Jim Eberwine: Probing the RNA World
RNA is the bridge between the DNA molecule and the proteins that carry out the functions of life, but probing the intricacies of the RNA molecule deep within the cells it influences is a major challenge. Studying gene expression in cells in culture outside of their natural environment doesn’t always provide a true picture. As James Eberwine, professor of pharmacology at the University of Pennsylvania’s Perelman School of Medicine, notes, “the tissue microenvironment shapes the RNA landscape of individual cells.” That means that important insight about cell function, disease processes, or drug behavior might be missed by observations done outside that highly specialized microenvironment.
But Eberwine and his colleagues — including chemists and biologists in Penn’s School of Arts & Sciences — have devised a revolutionary technique for targeting and observing the RNA of a single cell without disrupting its surroundings. Called TIVA (Transcriptome In Vivo Analysis), the method uses a customized “Swiss Army Knife” molecule to tag the RNA inside cells. The TIVA tags remain inert until they’re activated by a laser with a specific wavelength; this breaks open the molecule, revealing preciously hidden parts that can bind to RNA. The precision of the activating laser means that the tags can be introduced to a large tissue culture, but deployed only within a single cell of interest, allowing the RNA within just that cell to be isolated, studied and measured as desired.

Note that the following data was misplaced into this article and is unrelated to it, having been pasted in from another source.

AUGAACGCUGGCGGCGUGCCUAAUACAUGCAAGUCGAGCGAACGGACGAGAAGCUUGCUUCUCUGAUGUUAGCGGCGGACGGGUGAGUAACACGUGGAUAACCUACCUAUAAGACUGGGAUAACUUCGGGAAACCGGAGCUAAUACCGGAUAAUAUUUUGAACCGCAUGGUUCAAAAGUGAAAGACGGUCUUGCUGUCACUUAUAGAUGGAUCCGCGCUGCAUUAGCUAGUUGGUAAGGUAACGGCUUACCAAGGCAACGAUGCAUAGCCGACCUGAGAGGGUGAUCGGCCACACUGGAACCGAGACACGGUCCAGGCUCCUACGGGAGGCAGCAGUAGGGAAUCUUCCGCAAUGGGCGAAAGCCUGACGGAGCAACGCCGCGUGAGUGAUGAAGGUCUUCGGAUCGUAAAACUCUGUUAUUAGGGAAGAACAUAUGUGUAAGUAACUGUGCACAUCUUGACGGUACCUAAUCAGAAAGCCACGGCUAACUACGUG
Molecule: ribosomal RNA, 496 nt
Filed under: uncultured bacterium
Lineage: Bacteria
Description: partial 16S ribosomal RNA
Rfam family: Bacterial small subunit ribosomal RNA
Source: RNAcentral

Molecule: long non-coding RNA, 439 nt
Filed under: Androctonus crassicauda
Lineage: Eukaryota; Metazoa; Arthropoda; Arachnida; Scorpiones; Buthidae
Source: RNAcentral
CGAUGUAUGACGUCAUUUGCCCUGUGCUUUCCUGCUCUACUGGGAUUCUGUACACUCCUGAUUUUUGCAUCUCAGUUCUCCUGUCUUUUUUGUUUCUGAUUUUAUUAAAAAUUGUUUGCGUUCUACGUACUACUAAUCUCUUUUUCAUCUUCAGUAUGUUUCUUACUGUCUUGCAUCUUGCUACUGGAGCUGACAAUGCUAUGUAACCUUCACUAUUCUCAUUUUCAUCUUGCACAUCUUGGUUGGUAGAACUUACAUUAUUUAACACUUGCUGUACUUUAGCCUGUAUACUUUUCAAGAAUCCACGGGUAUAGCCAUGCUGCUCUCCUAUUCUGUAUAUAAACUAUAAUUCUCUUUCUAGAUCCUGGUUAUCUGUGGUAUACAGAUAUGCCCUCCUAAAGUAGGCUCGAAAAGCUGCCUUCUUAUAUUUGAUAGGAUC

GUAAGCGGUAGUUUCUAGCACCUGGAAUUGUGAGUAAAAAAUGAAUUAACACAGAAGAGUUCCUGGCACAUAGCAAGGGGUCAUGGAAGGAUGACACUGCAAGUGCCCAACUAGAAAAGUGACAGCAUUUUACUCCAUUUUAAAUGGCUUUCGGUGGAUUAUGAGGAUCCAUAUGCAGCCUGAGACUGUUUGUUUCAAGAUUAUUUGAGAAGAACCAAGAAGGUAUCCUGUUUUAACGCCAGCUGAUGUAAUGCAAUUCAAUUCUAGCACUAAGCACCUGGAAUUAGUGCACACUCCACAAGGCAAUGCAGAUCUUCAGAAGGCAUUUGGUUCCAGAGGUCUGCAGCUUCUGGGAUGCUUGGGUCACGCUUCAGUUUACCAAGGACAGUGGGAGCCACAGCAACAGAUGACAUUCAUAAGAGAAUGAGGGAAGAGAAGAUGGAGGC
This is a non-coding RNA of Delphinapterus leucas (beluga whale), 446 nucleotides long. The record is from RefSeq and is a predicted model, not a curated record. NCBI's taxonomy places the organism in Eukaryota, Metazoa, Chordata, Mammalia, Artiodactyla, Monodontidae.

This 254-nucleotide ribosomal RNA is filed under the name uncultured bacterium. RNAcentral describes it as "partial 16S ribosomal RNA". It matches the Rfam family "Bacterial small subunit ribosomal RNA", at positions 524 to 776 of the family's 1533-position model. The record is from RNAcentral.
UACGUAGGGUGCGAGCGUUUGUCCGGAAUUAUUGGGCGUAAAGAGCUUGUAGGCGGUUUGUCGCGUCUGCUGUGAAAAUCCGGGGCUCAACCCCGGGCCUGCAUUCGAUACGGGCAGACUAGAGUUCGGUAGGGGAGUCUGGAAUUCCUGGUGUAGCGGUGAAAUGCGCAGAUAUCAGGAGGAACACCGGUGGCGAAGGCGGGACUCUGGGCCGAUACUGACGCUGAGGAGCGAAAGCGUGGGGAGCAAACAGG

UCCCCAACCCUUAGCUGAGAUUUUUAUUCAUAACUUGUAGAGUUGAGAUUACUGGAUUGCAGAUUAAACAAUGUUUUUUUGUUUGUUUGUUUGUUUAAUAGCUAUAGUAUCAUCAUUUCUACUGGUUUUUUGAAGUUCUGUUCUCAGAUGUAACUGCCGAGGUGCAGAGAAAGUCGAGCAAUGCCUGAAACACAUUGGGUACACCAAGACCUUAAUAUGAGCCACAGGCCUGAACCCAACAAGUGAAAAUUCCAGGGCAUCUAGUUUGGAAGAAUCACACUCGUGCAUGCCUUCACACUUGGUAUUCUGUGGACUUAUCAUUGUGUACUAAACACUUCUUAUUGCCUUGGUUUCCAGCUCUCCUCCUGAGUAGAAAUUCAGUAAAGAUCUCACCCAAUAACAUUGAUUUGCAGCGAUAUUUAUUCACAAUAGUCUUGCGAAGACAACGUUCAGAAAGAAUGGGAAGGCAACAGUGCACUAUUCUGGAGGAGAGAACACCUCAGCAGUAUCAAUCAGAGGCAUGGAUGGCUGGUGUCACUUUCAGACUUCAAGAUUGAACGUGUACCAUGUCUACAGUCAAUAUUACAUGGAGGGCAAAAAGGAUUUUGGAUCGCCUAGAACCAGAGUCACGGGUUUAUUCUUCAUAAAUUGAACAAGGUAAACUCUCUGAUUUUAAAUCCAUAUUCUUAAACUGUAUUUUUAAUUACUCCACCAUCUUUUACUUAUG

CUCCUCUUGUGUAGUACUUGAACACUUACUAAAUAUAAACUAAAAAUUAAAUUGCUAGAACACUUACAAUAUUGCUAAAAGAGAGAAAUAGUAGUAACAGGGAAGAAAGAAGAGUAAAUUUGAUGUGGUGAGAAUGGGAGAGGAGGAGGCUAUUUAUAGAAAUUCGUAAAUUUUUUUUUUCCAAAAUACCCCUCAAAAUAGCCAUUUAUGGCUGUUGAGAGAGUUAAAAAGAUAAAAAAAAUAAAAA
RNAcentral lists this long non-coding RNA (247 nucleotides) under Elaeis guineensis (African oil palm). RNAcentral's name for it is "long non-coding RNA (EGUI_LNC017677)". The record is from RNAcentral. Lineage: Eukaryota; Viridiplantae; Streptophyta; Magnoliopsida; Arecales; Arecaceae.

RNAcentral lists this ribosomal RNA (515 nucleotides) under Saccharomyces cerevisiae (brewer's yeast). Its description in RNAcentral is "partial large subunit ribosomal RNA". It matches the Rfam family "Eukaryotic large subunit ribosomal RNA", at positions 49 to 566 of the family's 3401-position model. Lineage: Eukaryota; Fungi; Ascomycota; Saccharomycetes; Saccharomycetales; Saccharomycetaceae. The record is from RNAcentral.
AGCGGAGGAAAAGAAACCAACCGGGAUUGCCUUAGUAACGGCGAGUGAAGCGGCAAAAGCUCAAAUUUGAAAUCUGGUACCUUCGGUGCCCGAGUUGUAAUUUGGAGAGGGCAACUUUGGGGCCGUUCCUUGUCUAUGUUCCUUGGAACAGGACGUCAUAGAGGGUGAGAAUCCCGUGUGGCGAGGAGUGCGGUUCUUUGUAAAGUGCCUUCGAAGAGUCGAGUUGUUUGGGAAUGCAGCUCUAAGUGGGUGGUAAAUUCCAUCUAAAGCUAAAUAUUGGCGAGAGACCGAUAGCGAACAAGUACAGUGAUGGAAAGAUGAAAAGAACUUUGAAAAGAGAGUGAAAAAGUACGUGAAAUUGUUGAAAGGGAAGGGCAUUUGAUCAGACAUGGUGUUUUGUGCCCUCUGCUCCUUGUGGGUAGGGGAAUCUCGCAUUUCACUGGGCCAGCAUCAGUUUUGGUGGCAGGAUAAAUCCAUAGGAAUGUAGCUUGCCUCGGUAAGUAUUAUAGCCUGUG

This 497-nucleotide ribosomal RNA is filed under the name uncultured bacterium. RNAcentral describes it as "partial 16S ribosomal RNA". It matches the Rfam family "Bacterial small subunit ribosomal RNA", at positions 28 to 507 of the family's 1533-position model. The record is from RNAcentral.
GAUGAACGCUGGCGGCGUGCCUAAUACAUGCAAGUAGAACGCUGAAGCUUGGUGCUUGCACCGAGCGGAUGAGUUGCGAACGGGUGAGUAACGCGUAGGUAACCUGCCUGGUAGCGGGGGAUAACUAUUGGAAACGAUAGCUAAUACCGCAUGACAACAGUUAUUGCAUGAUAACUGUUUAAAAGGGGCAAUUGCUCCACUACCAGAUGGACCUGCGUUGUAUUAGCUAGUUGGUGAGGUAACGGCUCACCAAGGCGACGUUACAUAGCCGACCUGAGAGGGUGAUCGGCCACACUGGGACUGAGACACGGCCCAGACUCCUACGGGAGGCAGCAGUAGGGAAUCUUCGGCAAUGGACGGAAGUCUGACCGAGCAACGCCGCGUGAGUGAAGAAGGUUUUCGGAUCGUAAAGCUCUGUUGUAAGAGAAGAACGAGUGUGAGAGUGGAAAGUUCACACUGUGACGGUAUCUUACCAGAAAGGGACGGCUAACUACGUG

Eberwine and his team have so far used the TIVA technique to examine gene expression in single neurons within intact brain tissue, providing a previously unavailable functional window into the cellular universe.
As one of the directors of the Penn Genome Frontiers Institute, Eberwine is also at the forefront of other interdisciplinary research initiatives that seek to understand the role of RNA’s various forms in health and disease.